My son and I went to the National TASH convention in San Francisco when he was 12 years old. After years of struggling to make himself understood, most recently with the aid of a bulky and expensive augmentative communication device, he found a community where some of the most charismatic leaders roused their followers using the same method of speaking.
We sat in on morning and afternoon sessions on topics that were of interest specifically to him and our family, and ate meals with new friends to extend our conversations. Between workshops, we met dozens of people in the vendors' hall, who had developed products to support and encourage individuals living with a wide diversity of what were once classified as 'severe disabilities.'
At the TASH conference I learned that my son and our family was part of a larger and much older movement toward self-determination and inclusion that we both had fought so hard for in our local community. Being a cross-disability organization with a focus on civil rights and community access for those historically most likely to be institutionalized, we could move freely and meet people without being ambushed by 'sympathetic' professionals 'inspired' by our ordinary lives, or shouted down by parents and professionals insisting on the collaboration and compromise required to maintain a status quo detrimental to all people with disabilities.
Activism for national legislation and local intervention against 'worst practices' has created the only significant change of benefit to my son and family. There was no sense of a disability hierarchy in the TASH workshops: we were all moving forward together from wherever we happened to be. I met other parents, professionals, and advocates who treated us both as equals, with high expectations for success in surpassing our individual goals. I left the TASH conference believing that we could accomplish anything.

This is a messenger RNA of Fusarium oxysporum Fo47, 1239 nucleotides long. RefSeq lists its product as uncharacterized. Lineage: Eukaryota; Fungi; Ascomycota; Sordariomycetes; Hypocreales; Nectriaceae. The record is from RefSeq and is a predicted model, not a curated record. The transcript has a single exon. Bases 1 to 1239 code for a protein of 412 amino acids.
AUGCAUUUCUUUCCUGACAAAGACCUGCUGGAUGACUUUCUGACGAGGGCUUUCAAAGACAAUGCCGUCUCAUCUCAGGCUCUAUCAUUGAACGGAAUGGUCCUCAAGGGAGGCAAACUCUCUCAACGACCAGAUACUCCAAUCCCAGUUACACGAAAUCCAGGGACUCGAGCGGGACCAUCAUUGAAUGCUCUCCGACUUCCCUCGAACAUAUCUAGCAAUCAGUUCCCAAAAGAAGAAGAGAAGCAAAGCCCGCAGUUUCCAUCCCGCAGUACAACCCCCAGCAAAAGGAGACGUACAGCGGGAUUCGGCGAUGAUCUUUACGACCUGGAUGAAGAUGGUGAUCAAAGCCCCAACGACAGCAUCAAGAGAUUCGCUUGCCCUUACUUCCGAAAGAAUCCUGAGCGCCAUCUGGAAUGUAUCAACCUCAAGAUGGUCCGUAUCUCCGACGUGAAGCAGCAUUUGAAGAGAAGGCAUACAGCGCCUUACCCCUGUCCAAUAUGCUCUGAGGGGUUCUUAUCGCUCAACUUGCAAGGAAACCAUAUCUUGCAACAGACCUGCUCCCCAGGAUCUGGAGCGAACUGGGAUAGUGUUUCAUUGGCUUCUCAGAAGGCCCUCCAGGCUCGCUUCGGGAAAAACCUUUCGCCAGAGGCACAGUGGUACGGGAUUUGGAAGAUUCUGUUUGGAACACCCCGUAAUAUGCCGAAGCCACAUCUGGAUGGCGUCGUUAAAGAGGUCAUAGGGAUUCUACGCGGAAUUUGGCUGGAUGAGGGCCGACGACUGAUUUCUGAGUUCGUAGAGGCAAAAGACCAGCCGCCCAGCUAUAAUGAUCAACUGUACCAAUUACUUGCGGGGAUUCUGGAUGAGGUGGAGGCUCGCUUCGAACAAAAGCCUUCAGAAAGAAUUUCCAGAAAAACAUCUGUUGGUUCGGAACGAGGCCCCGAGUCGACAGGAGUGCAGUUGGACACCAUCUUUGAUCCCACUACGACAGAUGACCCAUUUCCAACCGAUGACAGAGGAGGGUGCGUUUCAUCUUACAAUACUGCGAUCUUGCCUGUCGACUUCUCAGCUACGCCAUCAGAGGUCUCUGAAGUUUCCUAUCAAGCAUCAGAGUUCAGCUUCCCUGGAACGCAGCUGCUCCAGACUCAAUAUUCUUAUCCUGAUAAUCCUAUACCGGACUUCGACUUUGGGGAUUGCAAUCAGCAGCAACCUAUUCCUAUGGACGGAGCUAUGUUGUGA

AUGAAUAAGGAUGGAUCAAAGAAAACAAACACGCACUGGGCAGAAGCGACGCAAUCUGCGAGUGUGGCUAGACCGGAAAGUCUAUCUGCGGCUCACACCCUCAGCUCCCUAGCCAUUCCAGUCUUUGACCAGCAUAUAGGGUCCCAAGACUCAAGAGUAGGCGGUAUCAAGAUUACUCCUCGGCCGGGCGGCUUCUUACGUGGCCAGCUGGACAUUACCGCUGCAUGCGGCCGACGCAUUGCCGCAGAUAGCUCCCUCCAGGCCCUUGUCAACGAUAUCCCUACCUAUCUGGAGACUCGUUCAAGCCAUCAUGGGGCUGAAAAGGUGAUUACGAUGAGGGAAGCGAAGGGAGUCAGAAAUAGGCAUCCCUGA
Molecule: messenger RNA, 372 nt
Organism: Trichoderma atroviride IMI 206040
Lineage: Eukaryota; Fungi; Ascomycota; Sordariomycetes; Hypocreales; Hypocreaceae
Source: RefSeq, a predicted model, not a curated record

TASH was necessary because disability was a life and death struggle against seclusion and neglect, and real change meant taking power and control away from those whose best interests were served by protecting systems as they had developed. Being in community with other people who understand there can be no compromise to full citizenship for people with disabilities changed the course of my life as much as my son's life. He has done much more with every opportunity he has had than I ever imagined. Although I had read every TASH journal cover to cover, and had written articles for our local chapter newsletter, nothing had impacted me like being in the community in person. Rather than being told I should be careful not to 'burn bridges' by advocating for my son, the conversation was all about the bridges that had been built to destinations destructive to the lives of people with disabilities.
In 2013, the annual TASH convention was held in Chicago, Illinois. By all accounts, the quality of the presenters and every other aspect of the convention held true to our experience in San Francisco. I highly recommend both the national and state TASH conventions for individuals with disabilities as well as their families. Especially for those of us whose children are diagnosed at birth or early childhood, TASH instills awareness of disability history and respect for advocacy pioneers with disabilities who are still working toward full citizenship for those who are more disabled by prejudice, discrimination, deliberate ignorance and misinformation, than by any diagnosis.
Browse at your public library, local bookstore, or online retailer for books like:
Critical Issues in the Lives of People With Severe Disabilities
No Pity: People with Disabilities Forging a New Civil Rights Movement
TASH: Three days of learning in Chicago
History of TASH
Cal-TASH on Facebook